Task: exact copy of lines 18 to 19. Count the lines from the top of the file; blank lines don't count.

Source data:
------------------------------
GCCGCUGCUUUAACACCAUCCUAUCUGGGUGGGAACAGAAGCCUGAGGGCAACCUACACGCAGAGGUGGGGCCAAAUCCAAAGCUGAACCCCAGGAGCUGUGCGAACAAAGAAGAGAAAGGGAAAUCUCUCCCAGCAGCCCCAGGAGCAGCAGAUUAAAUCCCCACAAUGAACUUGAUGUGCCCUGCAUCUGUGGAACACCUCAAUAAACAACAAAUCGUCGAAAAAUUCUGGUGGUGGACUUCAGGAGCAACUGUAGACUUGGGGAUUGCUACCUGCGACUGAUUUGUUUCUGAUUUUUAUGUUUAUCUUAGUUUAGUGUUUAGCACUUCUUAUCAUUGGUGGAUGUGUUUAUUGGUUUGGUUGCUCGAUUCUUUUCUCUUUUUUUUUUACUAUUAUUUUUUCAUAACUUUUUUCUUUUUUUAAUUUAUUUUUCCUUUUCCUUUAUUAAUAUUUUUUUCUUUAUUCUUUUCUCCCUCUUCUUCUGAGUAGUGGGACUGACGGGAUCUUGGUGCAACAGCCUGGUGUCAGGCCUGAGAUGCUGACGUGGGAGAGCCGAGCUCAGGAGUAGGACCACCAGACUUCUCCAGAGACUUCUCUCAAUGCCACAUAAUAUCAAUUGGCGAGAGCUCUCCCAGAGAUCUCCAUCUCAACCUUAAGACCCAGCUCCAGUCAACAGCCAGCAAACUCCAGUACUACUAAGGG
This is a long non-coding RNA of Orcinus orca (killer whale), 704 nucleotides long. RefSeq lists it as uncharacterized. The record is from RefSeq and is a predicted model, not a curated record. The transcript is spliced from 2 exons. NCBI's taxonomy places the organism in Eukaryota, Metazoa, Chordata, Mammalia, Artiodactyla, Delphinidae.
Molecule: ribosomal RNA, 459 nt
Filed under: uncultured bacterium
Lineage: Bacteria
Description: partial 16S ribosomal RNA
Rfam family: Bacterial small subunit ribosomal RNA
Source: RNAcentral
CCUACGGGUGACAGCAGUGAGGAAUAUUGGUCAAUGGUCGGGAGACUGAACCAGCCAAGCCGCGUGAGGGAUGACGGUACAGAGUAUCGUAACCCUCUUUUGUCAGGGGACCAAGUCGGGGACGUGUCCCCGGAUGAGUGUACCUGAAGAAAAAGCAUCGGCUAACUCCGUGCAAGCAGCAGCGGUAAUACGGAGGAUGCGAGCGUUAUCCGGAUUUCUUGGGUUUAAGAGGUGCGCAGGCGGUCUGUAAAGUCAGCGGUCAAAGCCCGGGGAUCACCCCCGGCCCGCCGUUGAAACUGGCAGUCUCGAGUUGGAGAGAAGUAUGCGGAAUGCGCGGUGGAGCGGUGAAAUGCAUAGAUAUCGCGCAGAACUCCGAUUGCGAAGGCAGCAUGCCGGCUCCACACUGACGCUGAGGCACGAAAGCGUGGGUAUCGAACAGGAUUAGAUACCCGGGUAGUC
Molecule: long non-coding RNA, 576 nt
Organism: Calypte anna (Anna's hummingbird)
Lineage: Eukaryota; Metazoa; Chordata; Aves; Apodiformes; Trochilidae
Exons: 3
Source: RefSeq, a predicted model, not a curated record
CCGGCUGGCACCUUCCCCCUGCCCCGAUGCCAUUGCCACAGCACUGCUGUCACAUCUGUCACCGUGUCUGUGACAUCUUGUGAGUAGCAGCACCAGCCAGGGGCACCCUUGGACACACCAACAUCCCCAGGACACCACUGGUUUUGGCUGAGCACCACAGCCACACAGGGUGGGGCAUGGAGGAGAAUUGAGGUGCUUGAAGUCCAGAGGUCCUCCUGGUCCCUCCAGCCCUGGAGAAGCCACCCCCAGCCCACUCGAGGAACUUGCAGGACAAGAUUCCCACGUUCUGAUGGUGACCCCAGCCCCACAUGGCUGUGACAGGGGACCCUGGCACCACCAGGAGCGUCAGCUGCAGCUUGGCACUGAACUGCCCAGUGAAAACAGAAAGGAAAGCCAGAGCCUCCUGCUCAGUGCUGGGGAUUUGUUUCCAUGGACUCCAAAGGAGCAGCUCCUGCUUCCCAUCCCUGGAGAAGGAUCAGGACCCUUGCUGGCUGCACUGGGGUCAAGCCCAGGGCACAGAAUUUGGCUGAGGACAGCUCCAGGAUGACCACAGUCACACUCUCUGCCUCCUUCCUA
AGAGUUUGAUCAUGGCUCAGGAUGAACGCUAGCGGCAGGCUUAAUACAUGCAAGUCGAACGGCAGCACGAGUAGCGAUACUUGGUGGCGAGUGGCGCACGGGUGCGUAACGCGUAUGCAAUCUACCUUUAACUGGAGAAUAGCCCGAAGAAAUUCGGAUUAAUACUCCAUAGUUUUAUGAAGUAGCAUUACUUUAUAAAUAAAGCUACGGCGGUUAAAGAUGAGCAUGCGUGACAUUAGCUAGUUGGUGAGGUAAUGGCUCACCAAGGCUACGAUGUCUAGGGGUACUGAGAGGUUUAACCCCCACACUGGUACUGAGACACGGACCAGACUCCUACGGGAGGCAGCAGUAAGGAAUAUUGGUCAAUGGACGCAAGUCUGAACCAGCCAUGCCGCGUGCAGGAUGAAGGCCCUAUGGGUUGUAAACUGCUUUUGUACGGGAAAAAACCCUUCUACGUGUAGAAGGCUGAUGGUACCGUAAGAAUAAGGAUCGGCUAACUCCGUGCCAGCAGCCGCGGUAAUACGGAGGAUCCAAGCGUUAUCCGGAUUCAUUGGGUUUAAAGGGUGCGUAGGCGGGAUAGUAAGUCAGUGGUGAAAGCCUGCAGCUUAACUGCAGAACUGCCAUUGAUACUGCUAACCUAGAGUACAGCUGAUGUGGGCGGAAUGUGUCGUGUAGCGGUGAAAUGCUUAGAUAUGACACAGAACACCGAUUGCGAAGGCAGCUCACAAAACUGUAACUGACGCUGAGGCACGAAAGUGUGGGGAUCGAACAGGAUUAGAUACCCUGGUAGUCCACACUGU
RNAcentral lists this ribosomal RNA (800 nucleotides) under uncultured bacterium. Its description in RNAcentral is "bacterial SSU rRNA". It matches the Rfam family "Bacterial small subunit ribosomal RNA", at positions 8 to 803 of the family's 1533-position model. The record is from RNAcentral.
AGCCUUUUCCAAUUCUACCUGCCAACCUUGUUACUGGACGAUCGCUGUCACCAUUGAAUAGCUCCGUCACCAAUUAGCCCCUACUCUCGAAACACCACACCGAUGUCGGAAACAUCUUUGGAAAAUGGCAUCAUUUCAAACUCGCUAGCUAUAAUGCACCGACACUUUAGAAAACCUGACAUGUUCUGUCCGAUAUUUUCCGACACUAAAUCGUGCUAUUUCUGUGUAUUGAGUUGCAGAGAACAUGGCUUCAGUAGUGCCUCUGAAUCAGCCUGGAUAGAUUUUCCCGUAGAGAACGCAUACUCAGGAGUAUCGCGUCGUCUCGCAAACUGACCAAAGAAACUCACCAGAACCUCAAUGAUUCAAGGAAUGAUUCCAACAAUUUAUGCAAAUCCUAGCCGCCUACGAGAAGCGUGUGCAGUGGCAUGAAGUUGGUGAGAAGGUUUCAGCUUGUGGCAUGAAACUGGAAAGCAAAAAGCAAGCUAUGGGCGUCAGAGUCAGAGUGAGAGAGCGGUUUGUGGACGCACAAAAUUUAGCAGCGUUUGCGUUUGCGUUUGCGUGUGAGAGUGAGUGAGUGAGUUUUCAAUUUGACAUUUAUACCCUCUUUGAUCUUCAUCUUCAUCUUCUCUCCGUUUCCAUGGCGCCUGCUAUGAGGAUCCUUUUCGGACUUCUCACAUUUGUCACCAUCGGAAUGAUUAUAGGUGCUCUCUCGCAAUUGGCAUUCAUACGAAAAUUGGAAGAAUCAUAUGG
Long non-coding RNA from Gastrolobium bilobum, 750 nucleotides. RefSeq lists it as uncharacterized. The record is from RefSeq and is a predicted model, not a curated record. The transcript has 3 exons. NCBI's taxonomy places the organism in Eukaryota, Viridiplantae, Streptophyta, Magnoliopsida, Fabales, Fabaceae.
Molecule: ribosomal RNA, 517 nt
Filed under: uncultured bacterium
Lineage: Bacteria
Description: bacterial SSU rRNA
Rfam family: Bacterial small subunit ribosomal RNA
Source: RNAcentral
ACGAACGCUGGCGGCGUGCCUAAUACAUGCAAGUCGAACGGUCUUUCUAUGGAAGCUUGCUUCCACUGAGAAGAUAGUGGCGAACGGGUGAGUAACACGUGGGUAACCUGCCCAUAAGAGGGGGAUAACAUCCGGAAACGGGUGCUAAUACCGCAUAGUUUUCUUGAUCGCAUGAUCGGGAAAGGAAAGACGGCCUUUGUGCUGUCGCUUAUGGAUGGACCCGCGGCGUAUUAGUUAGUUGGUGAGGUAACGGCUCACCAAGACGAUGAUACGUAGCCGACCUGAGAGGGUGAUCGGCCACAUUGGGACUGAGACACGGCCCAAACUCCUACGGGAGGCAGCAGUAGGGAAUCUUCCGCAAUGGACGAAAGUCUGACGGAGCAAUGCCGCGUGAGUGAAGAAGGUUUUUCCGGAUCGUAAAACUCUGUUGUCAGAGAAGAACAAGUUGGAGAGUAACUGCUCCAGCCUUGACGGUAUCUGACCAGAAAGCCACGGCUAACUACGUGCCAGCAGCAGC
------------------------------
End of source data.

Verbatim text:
AGCCUUUUCCAAUUCUACCUGCCAACCUUGUUACUGGACGAUCGCUGUCACCAUUGAAUAGCUCCGUCACCAAUUAGCCCCUACUCUCGAAACACCACACCGAUGUCGGAAACAUCUUUGGAAAAUGGCAUCAUUUCAAACUCGCUAGCUAUAAUGCACCGACACUUUAGAAAACCUGACAUGUUCUGUCCGAUAUUUUCCGACACUAAAUCGUGCUAUUUCUGUGUAUUGAGUUGCAGAGAACAUGGCUUCAGUAGUGCCUCUGAAUCAGCCUGGAUAGAUUUUCCCGUAGAGAACGCAUACUCAGGAGUAUCGCGUCGUCUCGCAAACUGACCAAAGAAACUCACCAGAACCUCAAUGAUUCAAGGAAUGAUUCCAACAAUUUAUGCAAAUCCUAGCCGCCUACGAGAAGCGUGUGCAGUGGCAUGAAGUUGGUGAGAAGGUUUCAGCUUGUGGCAUGAAACUGGAAAGCAAAAAGCAAGCUAUGGGCGUCAGAGUCAGAGUGAGAGAGCGGUUUGUGGACGCACAAAAUUUAGCAGCGUUUGCGUUUGCGUUUGCGUGUGAGAGUGAGUGAGUGAGUUUUCAAUUUGACAUUUAUACCCUCUUUGAUCUUCAUCUUCAUCUUCUCUCCGUUUCCAUGGCGCCUGCUAUGAGGAUCCUUUUCGGACUUCUCACAUUUGUCACCAUCGGAAUGAUUAUAGGUGCUCUCUCGCAAUUGGCAUUCAUACGAAAAUUGGAAGAAUCAUAUGG
Long non-coding RNA from Gastrolobium bilobum, 750 nucleotides. RefSeq lists it as uncharacterized. The record is from RefSeq and is a predicted model, not a curated record. The transcript has 3 exons. NCBI's taxonomy places the organism in Eukaryota, Viridiplantae, Streptophyta, Magnoliopsida, Fabales, Fabaceae.